Defending the Narrative of Wildness
From my house in eastern Salt Lake County, I’m a ten minute drive then a ten minute walk to the Mount Olympus Wilderness—the big W, political designation kind of Wilderness—and every July, I can’t get enough of these beautiful slopes and peaks and draws in the Wasatch Mountains. This year, the trails are dry and dusty, the wildflowers fading fast under too-dry skies. But the canyons are cool and small streamlets still trickle, and I’m grateful to have forests of firs and aspen to retreat to as the asphalt city bakes. This respite of wildness renews my spirit and rejuvenates my energy, essential stuff as Torrey House Press stands ever stronger to fight for public lands with story. Utah’s congressional delegation and the executive branch race to roll back protections, accelerating destruction that would wipe out hard-fought gains, and it’s starkly clear that every purple aster or redtail hawk I see in the mountains above my house is there because storytellers long before me spoke from the heart about beauty.
People have been telling stories about their surroundings since people started talking, of course. How many humans over how many millennia have walked the Wasatch Mountains, returning home to share the year’s first columbine blossom or the hidden shake of a rattlesnake, politely identifying itself? But the narrative of wildness got pretty lost as colonizers exploited continents and populations boomed. Called to a moral defense of the natural world, writers like Susan Fenimore Cooper, Aldo Leopold, Rachel Carson, Annie Dillard, Leslie Marmon Silko, and Terry Tempest Williams, asked folks to wake up to wild beauty, taking readers into the places they loved. Some of their words compelled action, including the very act of Congress that make my walks in the Wasatch possible.
Wallace Stegner’s 1960 Wilderness Letter is worth a ceremonial read each year as a reminder that words matter and make a difference. Plus, it’s beautiful. When my spouse Mark Bailey and I got married, my son read a portion of Stegner’s Wilderness Letter during our ceremony in Capitol Reef National Park, and I think of its power and eloquence every time I hike by a sign announcing a Wilderness. “We simply need that wild country available to us,” Stegner insisted. “For it can be a means of reassuring ourselves of our sanity as creatures, a part of the geography of hope.” His letter inspired and informed the Wilderness Act of 1964, which enables the highest levels of landscape protection, allowing plants, animals, and ecosystems to flourish without industrial or residential development in over 100 million acres in 44 states—about 5% of the entire United States land mass. Contrary to the assertions of protection opponents, people have open access to these splendid public lands via foot, horse, and paddle—traveling as people have for thousands of years—and some of America’s most scenic byways take folks by car through the forests, mountains, and deserts that contain America’s 765 Wilderness areas.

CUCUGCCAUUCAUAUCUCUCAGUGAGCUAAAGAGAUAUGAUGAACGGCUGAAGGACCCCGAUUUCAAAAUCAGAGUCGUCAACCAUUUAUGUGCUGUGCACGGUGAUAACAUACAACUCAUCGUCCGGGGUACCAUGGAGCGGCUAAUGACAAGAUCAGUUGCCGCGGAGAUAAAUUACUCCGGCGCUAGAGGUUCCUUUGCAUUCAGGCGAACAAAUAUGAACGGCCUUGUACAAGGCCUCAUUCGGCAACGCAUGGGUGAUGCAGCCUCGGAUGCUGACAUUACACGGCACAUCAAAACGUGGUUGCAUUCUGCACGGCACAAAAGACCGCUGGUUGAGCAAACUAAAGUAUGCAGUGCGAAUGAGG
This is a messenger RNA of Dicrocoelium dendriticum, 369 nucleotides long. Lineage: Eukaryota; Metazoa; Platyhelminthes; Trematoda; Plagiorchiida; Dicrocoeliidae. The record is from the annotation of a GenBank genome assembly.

The Wilderness Act and the wilderness idea are under attack, with all the levers of power at the hands of those who would—and do—turn nature’s splendor into false flags of fear and exclusion. They strive to control the narrative as much as the landscape. But the compelling human truths found in our connections with the plants and animals of our home grounds are not available to these short-sighted extractors. At Torrey House Press, it’s our job to speak truth and beauty to the forces that would abandon wild places and creatures to greed and destruction. And we are poised and ready to do it, with the strongest staff in our history and a growing list of fantastic authors. As the only nonprofit literary press focusing on conservation through literature, the books we publish bring to the page important stories that sustain the spirit, inspire action, and share essential beauty. We’re filling a vital role in the conservation movement, and we need your help to do it. Please join us by making a gift today.